Hvar Town harbour
(more photos of Hvar)
Trg Sv Stjepan
The intricately carved Venetian architecture and wide, welcoming seaside promenade of Hvar Town has helped make Hvar Island the most visited of all southern Dalmatian islands. By day, it's a short stroll to one of the pebbly coves that open onto the sparkling sea with a view of the verdant Pakleni Islands just offshore.
Despite its undeniable architectural beauty, Hvar town is becoming more known for an increasingly wild party scene. A recent article in the British press described it as the "new Magaluf". The legendary bars that once attracted Prince Harry, Beyoncé and other luminaries are now crammed with highly intoxicated young people, mostly British, in various stages of undress.
Formerly confined to evenings, now the party is 24/7 all summer long. Carpe Diem is the center of the harbourside scene; Hula-Hula Bar is just a short walk away and Kiva Bar livens up the side streets. At night, the party moves offshore to the Pakleni Islands and the Carpe Diem Beach Bar. Off-season, Hvar town quiets down considerably and if you head to Jelsa or Stari Grad you'll find a much quieter and more family-friendly atmosphere. Get more details on Hvar bars and clubs.
This 16th-century cathedral lies the head of the superb Renaissance square of the same name that sprawls over 4500 sq meters. It's the largest square in Dalmatia and it was here that official announcements were made when Hvar was under Venetian rule. The style is typical of piazzas built under the Venetian empire. Notice the 16th-century well at the northern end of the square. Now, the square is lined with cafes and small businesses but the impressive architecture is intact.
The cathedral was erected on the foundations of a gothic sanctuary and elegantly marries Renaissance and baroque styles. Although damaged by a Turkish raid in 1571, it was rebuilt in the 16th and 17th centuries. The stone is from Korcula and certain elements of the facade recall the celebrated cathedral of Sibenik with a trefoil gable and oculus. The interior contains a number of Italian paintings, the best of which is a Flagellation of Christ by Giorgio da Sebenico. Opening hours are 30 minutes before the twice daily mass, longer in summer.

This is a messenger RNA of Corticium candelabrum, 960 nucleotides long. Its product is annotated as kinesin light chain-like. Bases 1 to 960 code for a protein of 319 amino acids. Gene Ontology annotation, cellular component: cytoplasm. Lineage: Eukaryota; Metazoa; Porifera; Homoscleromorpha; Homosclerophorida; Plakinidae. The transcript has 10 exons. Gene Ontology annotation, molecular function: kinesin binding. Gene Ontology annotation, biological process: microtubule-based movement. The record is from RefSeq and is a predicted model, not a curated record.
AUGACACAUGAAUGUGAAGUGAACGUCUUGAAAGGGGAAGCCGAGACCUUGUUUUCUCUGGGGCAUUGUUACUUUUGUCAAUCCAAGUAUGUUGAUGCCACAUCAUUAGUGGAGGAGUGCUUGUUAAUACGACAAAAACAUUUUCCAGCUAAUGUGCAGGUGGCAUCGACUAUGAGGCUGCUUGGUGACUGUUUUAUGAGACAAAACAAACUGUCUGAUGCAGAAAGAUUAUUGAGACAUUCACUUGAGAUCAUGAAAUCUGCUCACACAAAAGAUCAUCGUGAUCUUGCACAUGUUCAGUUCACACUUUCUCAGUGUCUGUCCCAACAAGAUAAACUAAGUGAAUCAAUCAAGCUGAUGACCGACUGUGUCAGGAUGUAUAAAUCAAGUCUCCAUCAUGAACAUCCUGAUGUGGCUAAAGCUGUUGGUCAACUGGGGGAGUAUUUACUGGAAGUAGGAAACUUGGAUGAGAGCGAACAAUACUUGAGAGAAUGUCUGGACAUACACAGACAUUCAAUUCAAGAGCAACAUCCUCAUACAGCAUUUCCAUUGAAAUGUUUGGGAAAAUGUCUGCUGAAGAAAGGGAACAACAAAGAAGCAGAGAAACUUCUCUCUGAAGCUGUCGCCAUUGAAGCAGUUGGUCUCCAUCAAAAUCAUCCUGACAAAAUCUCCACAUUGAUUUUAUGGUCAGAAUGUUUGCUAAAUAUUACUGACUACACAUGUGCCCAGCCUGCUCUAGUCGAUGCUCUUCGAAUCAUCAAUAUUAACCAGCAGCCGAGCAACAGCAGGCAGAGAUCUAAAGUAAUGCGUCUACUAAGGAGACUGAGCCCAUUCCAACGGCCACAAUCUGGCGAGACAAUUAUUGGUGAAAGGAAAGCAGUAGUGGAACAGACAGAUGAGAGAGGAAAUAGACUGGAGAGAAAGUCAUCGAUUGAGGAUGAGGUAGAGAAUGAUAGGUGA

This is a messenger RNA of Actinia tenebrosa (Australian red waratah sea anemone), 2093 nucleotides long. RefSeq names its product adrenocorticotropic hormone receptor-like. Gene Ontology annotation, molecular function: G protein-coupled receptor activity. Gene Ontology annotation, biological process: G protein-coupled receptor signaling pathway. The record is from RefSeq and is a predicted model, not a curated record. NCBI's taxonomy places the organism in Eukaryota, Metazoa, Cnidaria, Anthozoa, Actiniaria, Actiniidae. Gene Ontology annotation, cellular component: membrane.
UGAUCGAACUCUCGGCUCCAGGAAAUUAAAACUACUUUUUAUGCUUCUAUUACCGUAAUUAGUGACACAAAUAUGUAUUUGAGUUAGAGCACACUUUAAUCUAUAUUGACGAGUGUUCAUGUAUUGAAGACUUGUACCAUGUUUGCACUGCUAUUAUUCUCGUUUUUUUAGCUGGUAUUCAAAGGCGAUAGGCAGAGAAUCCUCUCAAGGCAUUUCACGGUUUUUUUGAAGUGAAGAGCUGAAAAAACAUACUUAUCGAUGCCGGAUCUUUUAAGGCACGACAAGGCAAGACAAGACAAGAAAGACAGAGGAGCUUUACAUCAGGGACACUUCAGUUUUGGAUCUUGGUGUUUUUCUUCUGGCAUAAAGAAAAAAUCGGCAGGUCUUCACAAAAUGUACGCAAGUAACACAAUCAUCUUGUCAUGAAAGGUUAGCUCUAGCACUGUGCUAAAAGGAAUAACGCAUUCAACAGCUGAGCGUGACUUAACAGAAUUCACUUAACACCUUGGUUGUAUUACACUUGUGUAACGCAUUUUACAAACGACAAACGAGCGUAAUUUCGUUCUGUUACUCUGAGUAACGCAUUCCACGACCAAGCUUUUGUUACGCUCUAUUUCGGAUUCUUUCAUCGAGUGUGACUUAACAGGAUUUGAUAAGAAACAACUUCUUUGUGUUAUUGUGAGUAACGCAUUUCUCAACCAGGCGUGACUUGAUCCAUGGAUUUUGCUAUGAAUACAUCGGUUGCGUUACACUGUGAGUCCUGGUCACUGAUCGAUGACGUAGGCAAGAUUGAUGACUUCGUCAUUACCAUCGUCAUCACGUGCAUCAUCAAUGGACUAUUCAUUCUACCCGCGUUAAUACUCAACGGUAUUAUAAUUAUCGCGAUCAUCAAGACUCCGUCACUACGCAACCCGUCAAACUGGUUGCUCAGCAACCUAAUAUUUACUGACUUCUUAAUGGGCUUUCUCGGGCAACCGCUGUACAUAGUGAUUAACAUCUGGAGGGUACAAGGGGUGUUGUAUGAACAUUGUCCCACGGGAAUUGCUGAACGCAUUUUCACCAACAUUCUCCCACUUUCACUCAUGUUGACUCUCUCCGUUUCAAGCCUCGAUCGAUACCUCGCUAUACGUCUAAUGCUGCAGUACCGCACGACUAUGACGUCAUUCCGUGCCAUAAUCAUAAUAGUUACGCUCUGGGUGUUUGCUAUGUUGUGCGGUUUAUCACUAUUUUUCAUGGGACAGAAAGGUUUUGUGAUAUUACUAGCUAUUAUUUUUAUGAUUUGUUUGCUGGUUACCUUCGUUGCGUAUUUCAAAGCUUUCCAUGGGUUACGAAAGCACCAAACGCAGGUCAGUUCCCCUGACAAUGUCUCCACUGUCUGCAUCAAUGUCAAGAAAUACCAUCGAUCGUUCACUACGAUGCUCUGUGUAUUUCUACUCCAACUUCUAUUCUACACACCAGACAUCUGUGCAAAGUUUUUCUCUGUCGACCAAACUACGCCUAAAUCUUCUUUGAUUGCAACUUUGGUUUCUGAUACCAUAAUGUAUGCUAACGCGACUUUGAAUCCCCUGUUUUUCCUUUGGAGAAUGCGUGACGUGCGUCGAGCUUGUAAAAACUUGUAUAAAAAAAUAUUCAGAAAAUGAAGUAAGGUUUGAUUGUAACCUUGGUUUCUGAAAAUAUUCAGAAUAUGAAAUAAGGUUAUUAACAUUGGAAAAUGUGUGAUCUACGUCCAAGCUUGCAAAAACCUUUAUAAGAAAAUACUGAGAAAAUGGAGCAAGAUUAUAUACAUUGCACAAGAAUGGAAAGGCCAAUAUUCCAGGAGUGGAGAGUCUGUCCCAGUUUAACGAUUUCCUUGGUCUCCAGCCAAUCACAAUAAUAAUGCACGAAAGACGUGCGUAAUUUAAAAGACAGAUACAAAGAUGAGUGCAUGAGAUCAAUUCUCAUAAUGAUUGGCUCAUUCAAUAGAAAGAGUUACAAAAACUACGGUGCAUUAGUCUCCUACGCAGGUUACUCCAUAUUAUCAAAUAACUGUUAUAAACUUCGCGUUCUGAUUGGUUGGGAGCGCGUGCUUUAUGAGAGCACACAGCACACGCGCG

Lying behind the tower, the highlight of this museum of church treasures is a richly embroidered liturgical cloak, replete with flying angels, apostles and saints. Although its origins are unclear, probably dating back to the 16th century, the crimson velvet garment is a stunner. There are also various liturgical vessels and religious paintings. Opening hours are 9am-noon and 5-7pm.
Behind the Bishop's Palace is the restored summer villa of one of Croatia's greatest poets, Hanibal-Lucic-Lucio who wrote the first drama to be written in the Croatian language, La Schiava. His residence is a beautiful example of Dalmatian Renaissance architecture and contains paintings, furnishings, a collection of medals and a portrait of the poet. The residence also contains the Natural History Cabinet of one Doctor Bučić, a strange and eclectic collection of preserved plants, fossils, photos and old books on the natural history of Hvar. Opening hours are 9am-1pm and 5-11pm in summer only.
The benedictines of Hvar became expert in creating fabric from agave leaves. Extremely detailed lace from agave leaves are on display here. Opening hours are 10am-noon and 5-7pm Monday to Friday.
Easily recognizable by its high bell tower, this 15th-century monastery is about a 5-minute walk south of Riva. According to legend, its construction was financed by a Venetian naval officer who escaped from a shipwreck. Maybe. But it's known that the admiral of the Venetian fleet, Piero Soranzo, also had a lot to do with it. The most striking feature of the facade is the stone relief carved by Nikola Firentinac in 1470 showing half-figures of the Virgin and Child Adored by Angels. Inside the church is a complex and beautiful rood screen with a triptych and polyptych by Francesco Santacroce. Notice too the two magnificent altarpieces by Leandro Bassano (1557-1622). The striking Last Supper in the refectory is said to be from Matteo Ponzoni, a Dalmatian master. In the convent is the carved, wooden Winged Dragon which came from the prow of a ship at the famed battle of Lepanto in 1571. The church interior is known for its excellent acoustics and hosts classical concerts each summer.